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United States v. Vasquez-Algarin

United States District Court, M.D. Pennsylvania

April 28, 2014

UNITED STATES OF AMERICA
v.
JOHNNY VASQUEZ-ALGARIN

MEMORANDUM

SYLVIA H. RAMBO, District Judge.

In this criminal case, Defendant was charged with two counts related to his alleged participation in a conspiracy to distribute cocaine hydrochloride in the Middle District of Pennsylvania. (Doc. 1.) Presently before the court is Defendant's motion to suppress, wherein he seeks suppression of the physical evidence seized from the residence at 142 North 13th Street, Harrisburg, Pennsylvania, and his statements made thereafter. (Doc. 170.) Because the court finds that the law enforcement officers made a constitutional entry into the residence and that Defendant's statement was made knowingly, voluntarily, and intelligently, the court will deny Defendant's motion to suppress in its entirety.

I. Background

On June 8, 2011, Defendant and his two brothers, both of whom have already pleaded guilty, were charged in a two count indictment related to their participation in a conspiracy to distribute cocaine hydrochloride. ( See Doc. 1.)[1] Defendant pleaded not guilty to the charges on October 8, 2013 (Docs. 144 & 145), and a jury trial is scheduled to commence on May 5, 2014 (Doc. 167).

On April 16, 2014, Defendant filed the instant motion to suppress evidence (Doc. 170) and brief in support (Doc. 170), and the court scheduled a hearing on the matter to be held April 25, 2014 (Doc. 181). Defendant's motion is premised on his position that the evidence underlying the charges was found following an unconstitutional entry into his home and must therefore be suppressed. It is uncontested that law enforcement officers entered the residence at 142 North 13th Street without first securing a search warrant for the premises. However, because the credible evidence presented at the hearing satisfies the court that the law enforcement agents entered the home having probable cause to believe a fugitive was a resident of and present at the dwelling at the time of their entry, the court will deny Defendant's motion to suppress.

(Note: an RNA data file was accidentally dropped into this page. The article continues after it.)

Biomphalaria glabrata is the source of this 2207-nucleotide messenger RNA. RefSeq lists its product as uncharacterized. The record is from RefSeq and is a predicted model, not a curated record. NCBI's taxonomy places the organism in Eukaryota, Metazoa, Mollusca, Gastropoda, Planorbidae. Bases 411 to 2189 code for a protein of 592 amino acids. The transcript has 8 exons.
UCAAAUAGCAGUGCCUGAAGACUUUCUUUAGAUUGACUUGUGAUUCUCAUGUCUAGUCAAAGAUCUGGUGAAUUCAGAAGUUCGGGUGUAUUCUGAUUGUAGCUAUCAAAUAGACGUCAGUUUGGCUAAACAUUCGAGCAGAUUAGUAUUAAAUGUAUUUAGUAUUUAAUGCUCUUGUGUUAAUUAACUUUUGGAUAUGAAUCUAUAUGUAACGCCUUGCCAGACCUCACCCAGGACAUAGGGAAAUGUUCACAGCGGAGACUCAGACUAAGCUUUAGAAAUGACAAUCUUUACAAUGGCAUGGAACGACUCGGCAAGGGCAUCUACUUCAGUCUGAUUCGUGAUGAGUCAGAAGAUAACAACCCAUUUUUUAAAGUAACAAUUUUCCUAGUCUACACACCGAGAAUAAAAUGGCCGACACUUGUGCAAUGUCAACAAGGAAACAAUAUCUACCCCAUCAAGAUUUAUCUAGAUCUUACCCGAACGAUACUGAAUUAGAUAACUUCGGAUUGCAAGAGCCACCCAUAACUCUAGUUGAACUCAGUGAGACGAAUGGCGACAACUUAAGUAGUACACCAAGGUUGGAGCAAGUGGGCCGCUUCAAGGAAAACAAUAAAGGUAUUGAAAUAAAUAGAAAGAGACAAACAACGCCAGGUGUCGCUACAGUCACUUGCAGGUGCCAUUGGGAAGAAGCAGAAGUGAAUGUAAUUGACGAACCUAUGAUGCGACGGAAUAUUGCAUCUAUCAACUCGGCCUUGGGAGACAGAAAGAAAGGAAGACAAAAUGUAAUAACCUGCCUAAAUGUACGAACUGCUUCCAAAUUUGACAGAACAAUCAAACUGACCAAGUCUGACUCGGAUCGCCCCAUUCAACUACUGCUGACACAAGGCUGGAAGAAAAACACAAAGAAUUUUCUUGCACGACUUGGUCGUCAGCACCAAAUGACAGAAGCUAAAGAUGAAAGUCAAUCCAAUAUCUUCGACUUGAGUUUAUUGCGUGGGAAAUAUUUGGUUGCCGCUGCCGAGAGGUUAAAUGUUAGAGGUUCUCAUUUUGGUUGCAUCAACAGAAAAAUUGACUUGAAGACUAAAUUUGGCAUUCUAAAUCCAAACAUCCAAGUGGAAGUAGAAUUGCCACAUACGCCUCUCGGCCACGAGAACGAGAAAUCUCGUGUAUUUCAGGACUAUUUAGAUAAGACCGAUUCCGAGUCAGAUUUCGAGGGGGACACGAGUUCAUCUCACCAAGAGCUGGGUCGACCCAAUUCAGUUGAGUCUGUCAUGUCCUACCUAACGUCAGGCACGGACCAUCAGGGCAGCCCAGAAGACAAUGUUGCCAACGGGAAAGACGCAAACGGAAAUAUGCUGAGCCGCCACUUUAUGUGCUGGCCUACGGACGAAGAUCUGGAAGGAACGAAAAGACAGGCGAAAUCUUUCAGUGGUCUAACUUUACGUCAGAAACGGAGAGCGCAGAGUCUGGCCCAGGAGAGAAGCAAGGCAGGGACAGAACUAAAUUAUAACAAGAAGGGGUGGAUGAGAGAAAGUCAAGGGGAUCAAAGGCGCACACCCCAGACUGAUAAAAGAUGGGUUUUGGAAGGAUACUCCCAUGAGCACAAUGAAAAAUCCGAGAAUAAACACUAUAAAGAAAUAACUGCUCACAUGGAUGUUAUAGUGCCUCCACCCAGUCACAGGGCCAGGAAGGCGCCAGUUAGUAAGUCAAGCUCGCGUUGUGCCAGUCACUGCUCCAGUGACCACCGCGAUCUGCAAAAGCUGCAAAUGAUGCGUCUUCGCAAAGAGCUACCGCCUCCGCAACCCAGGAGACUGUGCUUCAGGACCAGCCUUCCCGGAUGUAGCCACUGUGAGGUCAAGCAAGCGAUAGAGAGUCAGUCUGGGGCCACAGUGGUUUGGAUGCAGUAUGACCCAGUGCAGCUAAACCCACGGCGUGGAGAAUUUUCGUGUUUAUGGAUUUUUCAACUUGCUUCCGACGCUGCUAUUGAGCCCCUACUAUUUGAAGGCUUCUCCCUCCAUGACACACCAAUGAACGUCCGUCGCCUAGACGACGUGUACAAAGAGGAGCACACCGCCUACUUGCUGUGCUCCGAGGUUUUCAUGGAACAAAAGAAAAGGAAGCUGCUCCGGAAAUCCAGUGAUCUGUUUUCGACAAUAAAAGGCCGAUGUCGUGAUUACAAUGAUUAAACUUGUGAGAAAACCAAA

At the suppression hearing, the Government presented the testimony of three witnesses. Deputy United States Marshal Gary Duncan, a member of the Dauphin County Fugitive Task Force, testified that on October 18, 2010, he was attempting to apprehend a fugitive from justice, Edwardo Rivera, who had an outstanding arrest warrant to answer homicide charges. Marshal Duncan testified that he received reliable information from other law enforcement officers, which was corroborated by street informants, that Rivera resided at 142 North 13th Street, Harrisburg, Pennsylvania. Marshal Duncan was assisted by numerous local law enforcement officers, including Officer Dennis E. Morris of the Dauphin County Drug Task Force, for assistance in apprehending Rivera.